Hi Teresa, thanks for your comment – I’m pleased you like the blog post! Rectangular rooms are so tricky aren’t they – could you move 2 of the chairs into another room, or to one end of the sitting room if its long enough? Lauren x

  2. Sonia says:

    Hi Lauren,

    I love this look and the tips have come in really handy – thank you! We have a dilemma at the moment as we have a rectangular living room but the door is in the centre of one of the long walls. We can’t think how to make the best use of space, whilst also ensuring all four of us have enough couch and arm chair space to watch the TV! Any advice or suggestions?
    Thanks, Sonia X

  3. gloria says:

    I have a rectangular room that was once 2 rooms but we have taken the middle wall out which leaves us with 2 chimney breasts on the inside long wall and 2 doors 1 in the long wall in the middle and 1 at the end of the same wall which is facing the chimney breast wall we have a window at each end of the room on the short walls .We really do not have any ideas as how to make the room look nice not clutted

  4. Faith says:

    This article was so helpful! I like the seasonal shuffle idea, my living room is aNightmare because of where the doors are placed and the radiators.

  5. Sabrina Queen says:

    I have a large open rectangular kitchen, dining, living room combo. There are no dividing walls and 3 Windows and 1 door in the dining, living room. All clutter converges in this area. HELP!

  6. Alicia Wicker says:

    This is definitely helpful, but our rectangular living room is only 18′ x 12′ and the rooms shown look almost twice that size. I have French doors opposite end of the fireplace wall and then a wall of windows and an arched doorway to dining room… and I am just not sure when furniture shopping if I should get a larger sofa and one chair or smaller sofa and two chairs or a sectional, if I can find one that is small (75″ in or less on one side and maybe 88-92″ on other side. Any ideas would be helpful!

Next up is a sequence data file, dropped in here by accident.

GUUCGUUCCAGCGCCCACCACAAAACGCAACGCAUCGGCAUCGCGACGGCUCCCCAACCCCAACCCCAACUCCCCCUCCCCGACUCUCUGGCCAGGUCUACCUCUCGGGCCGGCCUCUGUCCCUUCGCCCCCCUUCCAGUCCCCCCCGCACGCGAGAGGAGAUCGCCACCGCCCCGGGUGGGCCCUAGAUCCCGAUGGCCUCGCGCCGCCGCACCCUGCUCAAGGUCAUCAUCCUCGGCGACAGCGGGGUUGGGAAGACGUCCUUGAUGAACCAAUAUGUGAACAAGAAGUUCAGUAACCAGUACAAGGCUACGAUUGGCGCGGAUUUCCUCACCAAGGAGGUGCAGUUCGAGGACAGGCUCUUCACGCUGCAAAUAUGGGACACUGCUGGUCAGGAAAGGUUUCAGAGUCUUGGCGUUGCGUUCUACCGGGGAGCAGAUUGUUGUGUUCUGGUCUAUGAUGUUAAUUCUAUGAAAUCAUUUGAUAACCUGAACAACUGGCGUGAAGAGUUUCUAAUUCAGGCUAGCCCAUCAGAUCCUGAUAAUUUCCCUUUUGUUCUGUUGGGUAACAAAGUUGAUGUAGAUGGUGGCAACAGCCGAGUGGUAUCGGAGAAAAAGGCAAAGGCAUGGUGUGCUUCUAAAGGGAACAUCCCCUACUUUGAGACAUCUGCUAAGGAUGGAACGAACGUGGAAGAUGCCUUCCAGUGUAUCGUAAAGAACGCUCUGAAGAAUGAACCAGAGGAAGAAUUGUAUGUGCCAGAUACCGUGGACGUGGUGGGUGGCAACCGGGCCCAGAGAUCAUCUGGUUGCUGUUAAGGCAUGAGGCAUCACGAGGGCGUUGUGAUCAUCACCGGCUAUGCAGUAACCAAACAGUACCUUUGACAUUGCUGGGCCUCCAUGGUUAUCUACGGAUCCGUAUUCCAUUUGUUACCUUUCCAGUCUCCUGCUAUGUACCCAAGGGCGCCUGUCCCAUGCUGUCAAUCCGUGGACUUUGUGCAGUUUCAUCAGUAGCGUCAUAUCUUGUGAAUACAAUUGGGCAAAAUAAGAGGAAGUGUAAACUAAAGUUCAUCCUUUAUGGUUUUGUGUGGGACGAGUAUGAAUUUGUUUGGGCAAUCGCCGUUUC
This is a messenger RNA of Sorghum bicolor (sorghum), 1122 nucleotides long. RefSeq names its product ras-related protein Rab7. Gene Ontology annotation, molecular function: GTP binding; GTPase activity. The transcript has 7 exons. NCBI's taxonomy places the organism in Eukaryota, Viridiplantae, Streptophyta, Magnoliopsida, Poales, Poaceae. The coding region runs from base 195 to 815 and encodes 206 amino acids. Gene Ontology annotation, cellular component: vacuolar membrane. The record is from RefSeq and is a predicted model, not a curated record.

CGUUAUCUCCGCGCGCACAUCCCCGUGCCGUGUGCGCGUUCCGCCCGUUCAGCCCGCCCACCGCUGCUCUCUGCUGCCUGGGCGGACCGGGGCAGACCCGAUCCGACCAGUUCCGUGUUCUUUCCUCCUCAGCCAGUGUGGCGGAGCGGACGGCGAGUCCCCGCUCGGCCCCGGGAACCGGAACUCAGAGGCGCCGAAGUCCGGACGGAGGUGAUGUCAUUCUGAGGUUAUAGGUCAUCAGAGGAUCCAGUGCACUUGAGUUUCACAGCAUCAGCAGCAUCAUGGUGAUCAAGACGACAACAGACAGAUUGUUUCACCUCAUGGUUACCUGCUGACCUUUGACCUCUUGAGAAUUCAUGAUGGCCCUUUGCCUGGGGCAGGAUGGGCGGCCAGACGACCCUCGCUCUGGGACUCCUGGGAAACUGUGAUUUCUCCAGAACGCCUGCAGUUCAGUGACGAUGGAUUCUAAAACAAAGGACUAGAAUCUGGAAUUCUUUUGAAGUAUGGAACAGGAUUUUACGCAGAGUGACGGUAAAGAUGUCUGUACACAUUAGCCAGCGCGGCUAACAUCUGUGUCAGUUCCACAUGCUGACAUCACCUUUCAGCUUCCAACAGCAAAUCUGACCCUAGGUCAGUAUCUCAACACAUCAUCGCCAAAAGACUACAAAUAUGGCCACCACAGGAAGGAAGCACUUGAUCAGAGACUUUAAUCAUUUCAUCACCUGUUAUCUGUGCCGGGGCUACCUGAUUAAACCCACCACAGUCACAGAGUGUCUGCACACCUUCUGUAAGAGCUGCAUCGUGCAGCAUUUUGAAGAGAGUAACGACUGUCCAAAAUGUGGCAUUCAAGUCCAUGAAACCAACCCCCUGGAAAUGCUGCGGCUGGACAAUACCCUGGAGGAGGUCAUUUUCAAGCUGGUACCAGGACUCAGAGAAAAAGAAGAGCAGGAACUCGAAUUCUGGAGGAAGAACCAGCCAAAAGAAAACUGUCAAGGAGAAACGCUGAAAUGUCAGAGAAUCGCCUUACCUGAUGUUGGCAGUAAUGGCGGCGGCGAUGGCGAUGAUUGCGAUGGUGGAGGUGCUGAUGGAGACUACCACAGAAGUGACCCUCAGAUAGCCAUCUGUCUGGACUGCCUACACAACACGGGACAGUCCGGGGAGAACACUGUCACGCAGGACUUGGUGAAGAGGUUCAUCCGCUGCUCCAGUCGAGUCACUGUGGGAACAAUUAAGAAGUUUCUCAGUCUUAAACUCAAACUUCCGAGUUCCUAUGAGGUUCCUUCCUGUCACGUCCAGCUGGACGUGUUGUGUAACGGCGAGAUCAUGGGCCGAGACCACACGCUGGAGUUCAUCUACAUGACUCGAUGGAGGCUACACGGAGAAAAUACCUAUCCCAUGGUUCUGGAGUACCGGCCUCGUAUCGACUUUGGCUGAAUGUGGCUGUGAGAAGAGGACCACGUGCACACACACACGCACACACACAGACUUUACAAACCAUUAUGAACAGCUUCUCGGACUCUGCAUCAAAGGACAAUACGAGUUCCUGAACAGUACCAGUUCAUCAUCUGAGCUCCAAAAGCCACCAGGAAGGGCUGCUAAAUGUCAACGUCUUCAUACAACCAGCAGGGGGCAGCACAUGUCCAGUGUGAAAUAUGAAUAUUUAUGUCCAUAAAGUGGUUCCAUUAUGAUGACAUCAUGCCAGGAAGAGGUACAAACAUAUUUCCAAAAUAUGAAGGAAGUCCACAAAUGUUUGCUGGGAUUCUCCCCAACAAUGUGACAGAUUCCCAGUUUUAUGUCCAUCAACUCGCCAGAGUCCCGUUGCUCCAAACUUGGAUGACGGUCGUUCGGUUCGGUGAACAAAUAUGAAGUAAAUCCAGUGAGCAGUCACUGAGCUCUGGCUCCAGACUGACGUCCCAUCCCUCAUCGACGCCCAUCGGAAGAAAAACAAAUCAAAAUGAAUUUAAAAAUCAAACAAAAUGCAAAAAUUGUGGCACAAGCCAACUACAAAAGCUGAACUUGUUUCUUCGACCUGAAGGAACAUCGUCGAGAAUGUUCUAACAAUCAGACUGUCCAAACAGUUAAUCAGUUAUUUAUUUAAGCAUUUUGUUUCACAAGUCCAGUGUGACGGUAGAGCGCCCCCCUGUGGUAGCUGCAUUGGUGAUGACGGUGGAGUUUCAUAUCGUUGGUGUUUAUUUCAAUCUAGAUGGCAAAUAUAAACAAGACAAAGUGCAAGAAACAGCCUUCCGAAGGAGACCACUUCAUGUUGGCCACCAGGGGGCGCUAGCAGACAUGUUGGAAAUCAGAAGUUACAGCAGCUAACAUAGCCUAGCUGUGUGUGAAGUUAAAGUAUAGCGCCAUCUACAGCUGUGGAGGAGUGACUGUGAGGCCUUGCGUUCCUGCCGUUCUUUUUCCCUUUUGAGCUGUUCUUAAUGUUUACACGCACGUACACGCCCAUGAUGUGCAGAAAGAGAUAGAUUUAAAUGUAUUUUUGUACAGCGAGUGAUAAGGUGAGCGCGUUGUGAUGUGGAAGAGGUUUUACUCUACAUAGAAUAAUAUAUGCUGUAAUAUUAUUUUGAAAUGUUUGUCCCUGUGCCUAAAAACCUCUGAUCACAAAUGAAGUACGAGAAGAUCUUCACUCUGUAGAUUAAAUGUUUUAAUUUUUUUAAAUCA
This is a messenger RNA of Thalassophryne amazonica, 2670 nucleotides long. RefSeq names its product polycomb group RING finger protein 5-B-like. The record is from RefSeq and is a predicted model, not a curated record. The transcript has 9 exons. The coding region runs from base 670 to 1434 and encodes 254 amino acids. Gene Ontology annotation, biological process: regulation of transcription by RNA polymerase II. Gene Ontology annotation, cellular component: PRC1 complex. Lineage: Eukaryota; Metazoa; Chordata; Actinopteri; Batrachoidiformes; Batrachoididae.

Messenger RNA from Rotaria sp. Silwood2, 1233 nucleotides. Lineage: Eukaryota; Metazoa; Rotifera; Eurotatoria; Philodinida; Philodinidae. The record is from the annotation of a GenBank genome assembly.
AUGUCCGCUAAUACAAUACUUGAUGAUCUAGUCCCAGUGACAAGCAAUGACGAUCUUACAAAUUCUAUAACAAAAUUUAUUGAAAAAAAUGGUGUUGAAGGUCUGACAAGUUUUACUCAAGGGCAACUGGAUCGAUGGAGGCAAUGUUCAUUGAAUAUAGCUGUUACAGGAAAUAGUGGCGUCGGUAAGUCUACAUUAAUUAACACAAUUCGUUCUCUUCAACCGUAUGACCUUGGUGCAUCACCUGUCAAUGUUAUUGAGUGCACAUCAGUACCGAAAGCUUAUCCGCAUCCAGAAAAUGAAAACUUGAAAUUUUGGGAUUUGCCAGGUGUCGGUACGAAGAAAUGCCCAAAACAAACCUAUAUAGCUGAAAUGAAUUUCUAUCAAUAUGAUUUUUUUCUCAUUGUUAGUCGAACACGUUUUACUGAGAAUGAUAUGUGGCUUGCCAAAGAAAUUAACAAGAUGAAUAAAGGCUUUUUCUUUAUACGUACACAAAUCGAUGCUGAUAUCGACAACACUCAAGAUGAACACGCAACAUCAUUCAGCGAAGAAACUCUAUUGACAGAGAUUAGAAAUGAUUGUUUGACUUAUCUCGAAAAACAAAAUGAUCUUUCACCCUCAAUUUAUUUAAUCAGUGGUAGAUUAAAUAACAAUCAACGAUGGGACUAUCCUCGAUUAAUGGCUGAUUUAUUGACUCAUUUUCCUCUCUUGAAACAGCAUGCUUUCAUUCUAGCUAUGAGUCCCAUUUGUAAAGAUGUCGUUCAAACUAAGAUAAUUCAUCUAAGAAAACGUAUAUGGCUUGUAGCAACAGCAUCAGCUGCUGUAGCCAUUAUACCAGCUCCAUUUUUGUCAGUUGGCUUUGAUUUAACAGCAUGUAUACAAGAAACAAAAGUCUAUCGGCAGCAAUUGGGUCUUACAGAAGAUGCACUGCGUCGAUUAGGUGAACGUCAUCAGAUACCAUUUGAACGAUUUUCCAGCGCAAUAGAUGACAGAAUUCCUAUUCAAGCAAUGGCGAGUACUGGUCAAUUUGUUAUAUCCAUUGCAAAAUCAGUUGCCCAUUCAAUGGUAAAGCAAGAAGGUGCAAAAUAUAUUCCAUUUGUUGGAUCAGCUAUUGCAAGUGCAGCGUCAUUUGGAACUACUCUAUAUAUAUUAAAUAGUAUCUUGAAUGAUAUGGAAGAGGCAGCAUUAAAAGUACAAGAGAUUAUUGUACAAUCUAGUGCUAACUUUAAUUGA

7. Danielle says:

    I have a long rectangular living room with the fireplace on one of the shorter walls. We have thought about putting the tv over the fire place, but it seems so far away. How far is to far to mount a tv over a fireplace? Thanks!

    • Lauren says:

      Hi Danielle, it depends on how big the TV is really but I probably wouldn’t put it above the fireplace – perhaps you could put it to one side of it in some built in shelves. We could take a look at this for you as part of the E-Design service if you’d like. Drop an email to if you’d like to know more! X

  8. Danielle Jablonowski says:

    Hi Lauren,
    I have been searching and searching for ideas on this same room. There are a few things that complicate things. First we have a sliding patio door in the middle of one wall, fireplace on another and the third wall isn’t completely flat. There is a wall built out to hide the furnace! Please help with any suggestions!

  9. Lisa says:


    I’d be interested in your reply to Sonia’s question back in 2016. I have a rectangular living room (12×21) with a sliding door in the middle of one long wall with the opposite open to the dining room and kitchen and one of the shorter walls has a fireplace/tv combo. We had an existing sectional on the other shorter wall that we need to incorporate with the design but no other existing furniture.

    Thanks for your time!

  10. Margie says:

    Great article. I am also struggling with a rectangular family room/breakfast area. Are you still offering help?

  11. Sarah-Louise says:

    I love this post! Love the design layout drawings, too, really helpful. Question: we’ve zoned off our long Victorian living room (complete with awkward doors and chimney breasts) as you’ve done. However rather than just a desk or reading area behind the sofa in the middle of the room, we have our rectangular dining table. We’ve turned it side on, so it runs kind of parallel with the back of a the sofa. Keep wondering it this looks like “too much” furniture and whether we should replace for a dinky round table gives the other half of the room and more airy unfurnished feel or whether it’s fine to have a dining table in your long zoned living room! Thank you, Sarah 🙂

  12. Subhanki says:

    I love the different layouts. Thank you for sharing. Our LR is rectangle too, which the previous owners split into a dining and living space. I wanted to use it as a living space alone. Too many windows make it impossible to set up an entertainment center. I hope I could set something up like in the layouts you have drawn up. XO